Shock for empty home owners as West Suffolk Council introduce council tax bill hike
Properties that have lain empty for two years or more in West Suffolk could be slapped with soaring council tax bills in a bid to bring houses back into use.
West Suffolk Council’s cabinet will be presented with proposals next week which would allow the authority to charge property owners 300 per cent council tax if a property has been empty for five years or more from April 2020, and 400 per cent for those vacant for 10 years from April 2021.
According to the council, it is part of a drive to help the district meet its housing need by bringing empty homes back into use.
The council’s report said: “In offering these new powers Government was seeking to influence owners to bring empty homes back in to use as well as the ability for councils to increase council tax income.
“The extension of the long term empty property premium scheme is intended to incentivise landlords to bring long term empty properties back into use. It is focussed on those properties that have been, and continue to be, empty for more than five years in the first instance and increases again for those properties that have been empty for more than 10 years.”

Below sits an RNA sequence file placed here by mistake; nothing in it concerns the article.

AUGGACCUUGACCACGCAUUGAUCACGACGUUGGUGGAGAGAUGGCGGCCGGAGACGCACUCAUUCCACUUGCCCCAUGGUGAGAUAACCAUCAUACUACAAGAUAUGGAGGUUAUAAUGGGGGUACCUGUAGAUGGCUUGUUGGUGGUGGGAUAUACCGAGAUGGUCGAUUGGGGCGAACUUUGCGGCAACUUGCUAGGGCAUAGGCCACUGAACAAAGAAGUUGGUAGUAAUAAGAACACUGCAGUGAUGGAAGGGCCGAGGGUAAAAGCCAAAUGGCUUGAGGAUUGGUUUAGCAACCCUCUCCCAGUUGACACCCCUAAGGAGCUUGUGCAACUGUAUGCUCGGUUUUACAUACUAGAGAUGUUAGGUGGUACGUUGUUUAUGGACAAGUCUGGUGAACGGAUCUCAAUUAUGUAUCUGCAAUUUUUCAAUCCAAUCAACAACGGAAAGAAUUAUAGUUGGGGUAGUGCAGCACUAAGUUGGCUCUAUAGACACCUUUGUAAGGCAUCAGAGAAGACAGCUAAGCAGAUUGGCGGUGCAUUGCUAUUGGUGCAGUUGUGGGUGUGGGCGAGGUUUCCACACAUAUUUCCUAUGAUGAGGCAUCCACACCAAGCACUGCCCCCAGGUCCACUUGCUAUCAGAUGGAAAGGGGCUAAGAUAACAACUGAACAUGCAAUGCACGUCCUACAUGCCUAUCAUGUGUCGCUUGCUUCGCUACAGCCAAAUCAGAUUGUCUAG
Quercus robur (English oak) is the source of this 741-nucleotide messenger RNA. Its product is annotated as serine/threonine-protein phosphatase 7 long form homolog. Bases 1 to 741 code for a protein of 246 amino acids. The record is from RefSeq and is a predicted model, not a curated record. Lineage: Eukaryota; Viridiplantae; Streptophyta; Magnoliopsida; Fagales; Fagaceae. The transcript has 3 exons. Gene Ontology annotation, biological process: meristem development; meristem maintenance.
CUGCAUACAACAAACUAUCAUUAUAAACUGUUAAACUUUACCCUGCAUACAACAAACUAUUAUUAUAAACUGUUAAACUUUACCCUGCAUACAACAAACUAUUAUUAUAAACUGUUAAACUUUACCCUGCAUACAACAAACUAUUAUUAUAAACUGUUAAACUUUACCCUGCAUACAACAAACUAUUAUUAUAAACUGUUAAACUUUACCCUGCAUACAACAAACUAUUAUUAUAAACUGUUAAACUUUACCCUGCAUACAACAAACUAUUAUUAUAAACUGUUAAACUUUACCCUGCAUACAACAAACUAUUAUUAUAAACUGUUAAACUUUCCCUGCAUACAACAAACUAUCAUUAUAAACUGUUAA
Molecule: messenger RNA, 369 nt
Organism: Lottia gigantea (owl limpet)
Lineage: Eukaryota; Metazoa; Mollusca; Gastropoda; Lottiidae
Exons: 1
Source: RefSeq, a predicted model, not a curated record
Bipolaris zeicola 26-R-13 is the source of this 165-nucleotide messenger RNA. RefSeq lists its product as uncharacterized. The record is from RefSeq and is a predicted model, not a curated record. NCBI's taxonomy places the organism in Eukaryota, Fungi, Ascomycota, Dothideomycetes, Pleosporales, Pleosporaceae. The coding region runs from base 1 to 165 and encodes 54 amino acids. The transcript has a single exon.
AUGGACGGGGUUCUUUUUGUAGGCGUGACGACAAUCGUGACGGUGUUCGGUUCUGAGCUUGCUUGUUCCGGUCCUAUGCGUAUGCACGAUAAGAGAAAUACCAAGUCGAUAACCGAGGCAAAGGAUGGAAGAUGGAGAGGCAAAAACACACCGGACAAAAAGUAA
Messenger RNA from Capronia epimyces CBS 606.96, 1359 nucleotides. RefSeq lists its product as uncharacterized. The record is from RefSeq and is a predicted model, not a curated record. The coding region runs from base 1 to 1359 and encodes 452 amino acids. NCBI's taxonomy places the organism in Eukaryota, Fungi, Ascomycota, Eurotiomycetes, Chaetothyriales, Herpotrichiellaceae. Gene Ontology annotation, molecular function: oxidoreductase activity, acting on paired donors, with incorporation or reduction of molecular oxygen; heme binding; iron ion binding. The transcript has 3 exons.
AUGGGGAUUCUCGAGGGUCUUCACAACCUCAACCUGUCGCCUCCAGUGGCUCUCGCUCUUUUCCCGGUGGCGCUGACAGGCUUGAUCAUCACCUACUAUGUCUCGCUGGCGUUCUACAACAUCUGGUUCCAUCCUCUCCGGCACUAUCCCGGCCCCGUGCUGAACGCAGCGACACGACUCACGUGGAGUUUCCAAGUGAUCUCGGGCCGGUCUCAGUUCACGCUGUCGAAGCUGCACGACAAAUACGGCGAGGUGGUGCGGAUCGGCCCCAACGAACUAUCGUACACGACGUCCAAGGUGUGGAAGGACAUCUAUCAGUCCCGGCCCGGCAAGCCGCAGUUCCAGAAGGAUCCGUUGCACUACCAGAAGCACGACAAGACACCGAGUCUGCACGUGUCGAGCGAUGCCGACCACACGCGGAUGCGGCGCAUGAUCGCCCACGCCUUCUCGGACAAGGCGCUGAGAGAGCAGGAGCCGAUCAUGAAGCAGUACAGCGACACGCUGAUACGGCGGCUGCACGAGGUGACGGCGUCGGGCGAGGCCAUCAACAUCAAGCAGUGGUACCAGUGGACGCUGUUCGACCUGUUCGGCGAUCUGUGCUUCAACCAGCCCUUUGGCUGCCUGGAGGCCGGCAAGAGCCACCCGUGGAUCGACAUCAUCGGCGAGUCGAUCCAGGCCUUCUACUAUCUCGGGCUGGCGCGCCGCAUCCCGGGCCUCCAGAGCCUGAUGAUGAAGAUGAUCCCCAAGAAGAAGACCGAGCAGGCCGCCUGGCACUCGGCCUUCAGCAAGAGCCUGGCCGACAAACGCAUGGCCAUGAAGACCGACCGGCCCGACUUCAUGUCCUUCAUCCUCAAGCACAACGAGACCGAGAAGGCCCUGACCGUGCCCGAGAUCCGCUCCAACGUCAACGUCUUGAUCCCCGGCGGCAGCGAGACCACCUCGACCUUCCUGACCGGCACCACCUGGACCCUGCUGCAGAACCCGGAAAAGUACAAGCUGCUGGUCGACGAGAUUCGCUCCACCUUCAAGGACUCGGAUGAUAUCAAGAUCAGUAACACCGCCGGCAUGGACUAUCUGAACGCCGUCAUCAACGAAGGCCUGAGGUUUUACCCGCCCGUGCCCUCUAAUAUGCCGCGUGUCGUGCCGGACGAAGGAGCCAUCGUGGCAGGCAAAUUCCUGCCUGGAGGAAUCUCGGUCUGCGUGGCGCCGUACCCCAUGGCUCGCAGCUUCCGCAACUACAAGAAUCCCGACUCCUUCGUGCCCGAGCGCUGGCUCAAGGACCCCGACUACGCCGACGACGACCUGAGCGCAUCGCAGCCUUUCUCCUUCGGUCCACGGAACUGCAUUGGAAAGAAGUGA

The plans are being recommended for approval at next week’s cabinet meeting, and must then go to full council for a final sign-off.
It is the first council to take advantage of the new Government powers. East Suffolk, Babergh and Mid Suffolk and Ipswich Borough Councils currently charge up to 200 per cent council tax for homes empty two years or more.
According to West Suffolk council data, there were 180 properties empty for two years or more as of the beginning of this month. Of those 180, 92 had been empty for five years or more – 34 of which had been empty for a decade.
It means that if all of those properties remained empty, the council would generate an additional £20,000 income based on West Suffolk’s share of the council tax bill.
To date the council has run the Empty Homes Grant which helps landlords renovate properties so they can be occupied by tenants again. In September, the authority said that in the 12 months prior it had brought 52 long term empty properties back into use – those empty for six months or more – while a further 22 had been demolished to make way for new builds.
Read moreBury St Edmunds
More by this authorJason Noble, Local Democracy Reporter
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